One of the most exciting things in life is to start something new: Moving to a new city, starting a new business relationship, getting started on a construction project (right?). But before that proverbial first brick is laid down, there is a long list of pre-construction issues you’ll have to address first. This is where due diligence comes in.

What does the process entail?

Site Conditions:

The land may be gorgeous, the location close to your home, and the view may remind you of your last vacation in Maui. But would it be viable to construct on it? Are there any risk of sinkholes? Is the area contaminated? Have any biohazards made their way to the waterways below and around it? Are there zoning, easement or setback issues?

Local Regulations:

Say you want to build a stand-up comedy club, only to later discover that the zoning ordinances in your preferred location prohibit that type of commercial business in the area. Or what if there’s an upcoming plan for eminent domain whenever the City gets around to starting their own construction project? You want to know this before you flush money down the toilet.

Budgeting:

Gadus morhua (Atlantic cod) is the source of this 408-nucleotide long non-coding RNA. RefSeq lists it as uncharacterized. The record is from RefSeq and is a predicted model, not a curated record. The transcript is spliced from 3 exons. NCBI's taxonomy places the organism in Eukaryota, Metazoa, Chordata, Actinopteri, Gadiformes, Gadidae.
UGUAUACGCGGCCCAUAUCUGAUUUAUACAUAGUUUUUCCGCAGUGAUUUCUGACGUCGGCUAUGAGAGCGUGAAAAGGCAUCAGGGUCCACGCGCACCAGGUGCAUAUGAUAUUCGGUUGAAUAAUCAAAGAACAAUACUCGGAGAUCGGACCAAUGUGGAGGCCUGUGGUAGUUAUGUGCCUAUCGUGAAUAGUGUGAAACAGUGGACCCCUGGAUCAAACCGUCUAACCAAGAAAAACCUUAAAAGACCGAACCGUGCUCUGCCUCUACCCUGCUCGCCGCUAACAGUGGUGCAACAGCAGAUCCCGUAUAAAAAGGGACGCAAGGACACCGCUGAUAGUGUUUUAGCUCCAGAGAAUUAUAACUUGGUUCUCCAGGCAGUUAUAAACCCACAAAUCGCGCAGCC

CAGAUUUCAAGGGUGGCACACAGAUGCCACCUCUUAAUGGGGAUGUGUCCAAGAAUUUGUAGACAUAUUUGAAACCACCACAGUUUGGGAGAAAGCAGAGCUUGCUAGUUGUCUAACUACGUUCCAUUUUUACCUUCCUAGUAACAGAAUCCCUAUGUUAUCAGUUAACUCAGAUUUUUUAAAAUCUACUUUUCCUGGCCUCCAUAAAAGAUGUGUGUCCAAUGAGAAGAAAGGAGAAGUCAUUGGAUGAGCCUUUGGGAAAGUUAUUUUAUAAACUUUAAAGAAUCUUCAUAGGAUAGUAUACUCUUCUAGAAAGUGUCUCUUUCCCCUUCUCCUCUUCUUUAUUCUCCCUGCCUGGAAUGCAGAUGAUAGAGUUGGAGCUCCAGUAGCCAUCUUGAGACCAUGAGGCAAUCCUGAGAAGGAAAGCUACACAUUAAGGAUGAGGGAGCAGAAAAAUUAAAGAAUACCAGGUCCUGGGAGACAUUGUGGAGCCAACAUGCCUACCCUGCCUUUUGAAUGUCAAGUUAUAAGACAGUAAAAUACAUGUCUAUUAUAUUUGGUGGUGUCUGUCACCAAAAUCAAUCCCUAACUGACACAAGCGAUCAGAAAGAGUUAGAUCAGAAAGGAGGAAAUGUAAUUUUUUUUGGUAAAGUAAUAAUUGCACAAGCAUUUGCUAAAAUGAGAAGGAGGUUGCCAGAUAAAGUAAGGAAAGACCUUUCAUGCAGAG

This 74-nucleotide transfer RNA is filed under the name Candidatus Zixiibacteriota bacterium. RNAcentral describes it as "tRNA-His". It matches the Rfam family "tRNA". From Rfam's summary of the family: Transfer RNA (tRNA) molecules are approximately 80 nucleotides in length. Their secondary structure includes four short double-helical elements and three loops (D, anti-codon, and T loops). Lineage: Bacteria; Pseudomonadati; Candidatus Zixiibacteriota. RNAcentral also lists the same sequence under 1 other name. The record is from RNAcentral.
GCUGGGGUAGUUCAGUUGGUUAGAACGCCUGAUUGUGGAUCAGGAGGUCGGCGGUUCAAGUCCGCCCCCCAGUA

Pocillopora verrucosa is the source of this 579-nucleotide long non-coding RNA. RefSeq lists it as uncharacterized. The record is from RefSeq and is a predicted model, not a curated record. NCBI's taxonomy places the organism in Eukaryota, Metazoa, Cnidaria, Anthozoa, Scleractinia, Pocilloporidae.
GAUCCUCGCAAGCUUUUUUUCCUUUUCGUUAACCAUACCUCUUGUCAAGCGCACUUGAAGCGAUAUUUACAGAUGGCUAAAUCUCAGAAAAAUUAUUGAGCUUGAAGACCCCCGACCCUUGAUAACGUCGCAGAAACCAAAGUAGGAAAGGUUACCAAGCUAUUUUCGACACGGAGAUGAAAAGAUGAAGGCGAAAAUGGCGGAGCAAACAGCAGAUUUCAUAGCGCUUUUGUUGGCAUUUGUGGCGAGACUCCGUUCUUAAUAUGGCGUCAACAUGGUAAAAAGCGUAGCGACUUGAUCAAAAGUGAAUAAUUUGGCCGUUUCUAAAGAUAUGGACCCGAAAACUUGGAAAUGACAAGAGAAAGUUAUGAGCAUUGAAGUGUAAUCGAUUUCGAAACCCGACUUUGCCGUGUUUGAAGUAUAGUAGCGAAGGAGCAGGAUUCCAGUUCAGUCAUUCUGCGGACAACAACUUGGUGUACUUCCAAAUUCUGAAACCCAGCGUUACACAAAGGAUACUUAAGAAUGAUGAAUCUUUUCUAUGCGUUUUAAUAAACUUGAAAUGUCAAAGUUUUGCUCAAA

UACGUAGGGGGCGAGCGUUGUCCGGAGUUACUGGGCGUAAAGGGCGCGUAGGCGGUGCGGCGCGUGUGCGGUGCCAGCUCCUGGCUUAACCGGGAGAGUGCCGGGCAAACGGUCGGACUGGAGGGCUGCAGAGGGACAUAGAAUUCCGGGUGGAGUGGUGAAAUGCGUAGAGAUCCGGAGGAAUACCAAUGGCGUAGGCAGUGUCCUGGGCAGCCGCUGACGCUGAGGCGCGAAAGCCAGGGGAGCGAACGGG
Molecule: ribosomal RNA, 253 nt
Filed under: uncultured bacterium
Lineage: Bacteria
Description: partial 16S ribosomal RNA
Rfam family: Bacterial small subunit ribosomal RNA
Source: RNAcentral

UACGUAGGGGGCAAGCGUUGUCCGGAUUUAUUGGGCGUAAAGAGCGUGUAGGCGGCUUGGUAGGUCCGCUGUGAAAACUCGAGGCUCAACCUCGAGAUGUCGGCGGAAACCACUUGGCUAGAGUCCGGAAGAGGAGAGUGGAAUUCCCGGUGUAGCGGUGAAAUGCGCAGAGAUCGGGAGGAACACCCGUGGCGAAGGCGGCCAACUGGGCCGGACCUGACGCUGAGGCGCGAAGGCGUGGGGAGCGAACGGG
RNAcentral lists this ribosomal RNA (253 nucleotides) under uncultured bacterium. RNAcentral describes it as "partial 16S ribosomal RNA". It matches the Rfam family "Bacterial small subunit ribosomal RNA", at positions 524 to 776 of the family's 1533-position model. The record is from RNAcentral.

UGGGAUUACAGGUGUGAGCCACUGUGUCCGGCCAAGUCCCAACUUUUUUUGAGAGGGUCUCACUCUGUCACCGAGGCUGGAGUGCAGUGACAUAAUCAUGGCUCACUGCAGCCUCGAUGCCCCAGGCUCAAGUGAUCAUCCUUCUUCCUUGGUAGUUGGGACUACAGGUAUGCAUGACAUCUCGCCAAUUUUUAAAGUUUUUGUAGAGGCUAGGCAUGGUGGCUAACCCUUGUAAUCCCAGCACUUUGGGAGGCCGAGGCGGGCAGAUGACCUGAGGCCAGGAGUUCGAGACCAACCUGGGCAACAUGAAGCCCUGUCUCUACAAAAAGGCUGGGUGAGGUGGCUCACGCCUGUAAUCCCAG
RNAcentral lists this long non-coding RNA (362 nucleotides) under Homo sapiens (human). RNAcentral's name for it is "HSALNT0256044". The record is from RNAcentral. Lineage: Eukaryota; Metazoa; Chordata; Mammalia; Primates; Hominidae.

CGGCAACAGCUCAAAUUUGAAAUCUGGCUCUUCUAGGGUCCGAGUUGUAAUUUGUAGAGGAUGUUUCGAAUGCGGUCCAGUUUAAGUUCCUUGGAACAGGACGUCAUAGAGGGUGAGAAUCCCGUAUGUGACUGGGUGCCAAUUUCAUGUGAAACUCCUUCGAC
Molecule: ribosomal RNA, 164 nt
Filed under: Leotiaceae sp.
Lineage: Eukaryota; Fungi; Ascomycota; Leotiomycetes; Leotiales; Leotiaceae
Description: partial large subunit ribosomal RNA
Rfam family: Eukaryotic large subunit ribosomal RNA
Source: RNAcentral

Let’s say you have all this money set aside for your project. You know how to get everything done, from A to Z, and how much it’s going to cost you. But what happens if something is overlooked on your master plan and now you have to spend a lot of money to cover for that omission? Or what happens if there’s another hurricane season as active as the 2017 one and you have to constantly halt construction and start again, with repairs to boot? Having someone look at your Master Plan and Master Budget closely can let you know whether you should set aside additional money for foreseeable risks.

Legalities

Who are your contractors? Do they have an agent for service of process in your city, or would you have to travel to Siberia if they breach their contract and you want to sue them? What would be your remedies if someone breaches the contract with you? What is the scope of the work? Are there inconsistencies in the contract? What preventive measures can you take to protect yourself from legal liability? Lawsuits are only fun for the attorneys who are billing $350 an hour to fight for you. Save that money for your  own retirement.

Foreseeable Risks

While you should always expect the best, you should also be prepared for the worst. Each project comes with an inherent set of risks, and you should plan accordingly. Is there an expected increase in materials costs? Is there a labor shortage in your area? Will you need to obtain additional builder’s risk insurance?

Identifying all of the relevant factors takes a lot of expertise and experience. You can research topics all you want, but it takes someone who’s actually rolled up their sleeves and been through the process on numerous occasions to give you solid advice as to which course of action to take. Contact us, and let us talk about your project.